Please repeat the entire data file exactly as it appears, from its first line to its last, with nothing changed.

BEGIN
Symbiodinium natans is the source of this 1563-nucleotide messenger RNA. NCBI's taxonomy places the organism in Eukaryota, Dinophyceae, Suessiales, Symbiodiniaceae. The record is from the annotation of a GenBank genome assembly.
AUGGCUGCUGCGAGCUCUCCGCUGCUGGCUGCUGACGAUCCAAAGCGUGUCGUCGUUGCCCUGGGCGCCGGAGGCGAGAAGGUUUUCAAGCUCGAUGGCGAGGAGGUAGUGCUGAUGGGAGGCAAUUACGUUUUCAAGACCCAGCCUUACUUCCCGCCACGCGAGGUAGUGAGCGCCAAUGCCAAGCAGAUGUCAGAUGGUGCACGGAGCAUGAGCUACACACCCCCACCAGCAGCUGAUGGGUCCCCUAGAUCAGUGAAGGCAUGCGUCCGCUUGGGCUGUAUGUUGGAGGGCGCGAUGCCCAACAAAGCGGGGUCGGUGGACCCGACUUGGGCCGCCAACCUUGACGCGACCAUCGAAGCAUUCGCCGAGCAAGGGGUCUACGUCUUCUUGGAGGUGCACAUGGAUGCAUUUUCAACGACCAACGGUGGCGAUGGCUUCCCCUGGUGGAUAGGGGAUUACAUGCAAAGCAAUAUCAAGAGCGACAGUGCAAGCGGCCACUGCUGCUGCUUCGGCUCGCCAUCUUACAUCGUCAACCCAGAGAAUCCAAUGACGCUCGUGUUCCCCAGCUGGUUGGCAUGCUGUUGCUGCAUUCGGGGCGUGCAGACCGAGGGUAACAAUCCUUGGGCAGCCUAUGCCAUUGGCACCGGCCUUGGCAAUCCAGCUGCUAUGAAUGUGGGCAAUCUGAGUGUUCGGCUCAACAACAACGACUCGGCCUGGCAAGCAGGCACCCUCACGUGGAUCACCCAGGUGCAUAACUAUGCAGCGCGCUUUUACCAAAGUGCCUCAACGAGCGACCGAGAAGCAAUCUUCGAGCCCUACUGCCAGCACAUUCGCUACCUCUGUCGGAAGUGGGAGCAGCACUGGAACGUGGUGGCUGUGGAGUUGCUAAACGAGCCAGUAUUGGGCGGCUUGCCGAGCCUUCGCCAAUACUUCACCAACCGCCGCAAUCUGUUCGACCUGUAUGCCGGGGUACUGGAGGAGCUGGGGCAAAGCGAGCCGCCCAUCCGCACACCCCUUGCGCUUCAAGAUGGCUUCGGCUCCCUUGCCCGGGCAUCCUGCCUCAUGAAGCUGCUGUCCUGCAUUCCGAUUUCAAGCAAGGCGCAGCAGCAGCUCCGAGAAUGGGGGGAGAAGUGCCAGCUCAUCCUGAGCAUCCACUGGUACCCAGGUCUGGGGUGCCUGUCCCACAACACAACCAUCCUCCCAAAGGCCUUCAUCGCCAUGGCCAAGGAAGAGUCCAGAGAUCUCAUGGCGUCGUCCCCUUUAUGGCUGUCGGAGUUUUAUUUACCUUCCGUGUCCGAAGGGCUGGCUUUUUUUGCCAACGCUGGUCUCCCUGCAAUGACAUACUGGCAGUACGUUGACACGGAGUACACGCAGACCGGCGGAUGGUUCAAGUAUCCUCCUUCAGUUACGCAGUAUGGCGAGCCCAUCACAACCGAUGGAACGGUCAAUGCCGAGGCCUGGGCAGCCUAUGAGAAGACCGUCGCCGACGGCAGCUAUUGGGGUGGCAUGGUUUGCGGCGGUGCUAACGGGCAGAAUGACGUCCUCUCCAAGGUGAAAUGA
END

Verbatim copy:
Symbiodinium natans is the source of this 1563-nucleotide messenger RNA. NCBI's taxonomy places the organism in Eukaryota, Dinophyceae, Suessiales, Symbiodiniaceae. The record is from the annotation of a GenBank genome assembly.
AUGGCUGCUGCGAGCUCUCCGCUGCUGGCUGCUGACGAUCCAAAGCGUGUCGUCGUUGCCCUGGGCGCCGGAGGCGAGAAGGUUUUCAAGCUCGAUGGCGAGGAGGUAGUGCUGAUGGGAGGCAAUUACGUUUUCAAGACCCAGCCUUACUUCCCGCCACGCGAGGUAGUGAGCGCCAAUGCCAAGCAGAUGUCAGAUGGUGCACGGAGCAUGAGCUACACACCCCCACCAGCAGCUGAUGGGUCCCCUAGAUCAGUGAAGGCAUGCGUCCGCUUGGGCUGUAUGUUGGAGGGCGCGAUGCCCAACAAAGCGGGGUCGGUGGACCCGACUUGGGCCGCCAACCUUGACGCGACCAUCGAAGCAUUCGCCGAGCAAGGGGUCUACGUCUUCUUGGAGGUGCACAUGGAUGCAUUUUCAACGACCAACGGUGGCGAUGGCUUCCCCUGGUGGAUAGGGGAUUACAUGCAAAGCAAUAUCAAGAGCGACAGUGCAAGCGGCCACUGCUGCUGCUUCGGCUCGCCAUCUUACAUCGUCAACCCAGAGAAUCCAAUGACGCUCGUGUUCCCCAGCUGGUUGGCAUGCUGUUGCUGCAUUCGGGGCGUGCAGACCGAGGGUAACAAUCCUUGGGCAGCCUAUGCCAUUGGCACCGGCCUUGGCAAUCCAGCUGCUAUGAAUGUGGGCAAUCUGAGUGUUCGGCUCAACAACAACGACUCGGCCUGGCAAGCAGGCACCCUCACGUGGAUCACCCAGGUGCAUAACUAUGCAGCGCGCUUUUACCAAAGUGCCUCAACGAGCGACCGAGAAGCAAUCUUCGAGCCCUACUGCCAGCACAUUCGCUACCUCUGUCGGAAGUGGGAGCAGCACUGGAACGUGGUGGCUGUGGAGUUGCUAAACGAGCCAGUAUUGGGCGGCUUGCCGAGCCUUCGCCAAUACUUCACCAACCGCCGCAAUCUGUUCGACCUGUAUGCCGGGGUACUGGAGGAGCUGGGGCAAAGCGAGCCGCCCAUCCGCACACCCCUUGCGCUUCAAGAUGGCUUCGGCUCCCUUGCCCGGGCAUCCUGCCUCAUGAAGCUGCUGUCCUGCAUUCCGAUUUCAAGCAAGGCGCAGCAGCAGCUCCGAGAAUGGGGGGAGAAGUGCCAGCUCAUCCUGAGCAUCCACUGGUACCCAGGUCUGGGGUGCCUGUCCCACAACACAACCAUCCUCCCAAAGGCCUUCAUCGCCAUGGCCAAGGAAGAGUCCAGAGAUCUCAUGGCGUCGUCCCCUUUAUGGCUGUCGGAGUUUUAUUUACCUUCCGUGUCCGAAGGGCUGGCUUUUUUUGCCAACGCUGGUCUCCCUGCAAUGACAUACUGGCAGUACGUUGACACGGAGUACACGCAGACCGGCGGAUGGUUCAAGUAUCCUCCUUCAGUUACGCAGUAUGGCGAGCCCAUCACAACCGAUGGAACGGUCAAUGCCGAGGCCUGGGCAGCCUAUGAGAAGACCGUCGCCGACGGCAGCUAUUGGGGUGGCAUGGUUUGCGGCGGUGCUAACGGGCAGAAUGACGUCCUCUCCAAGGUGAAAUGA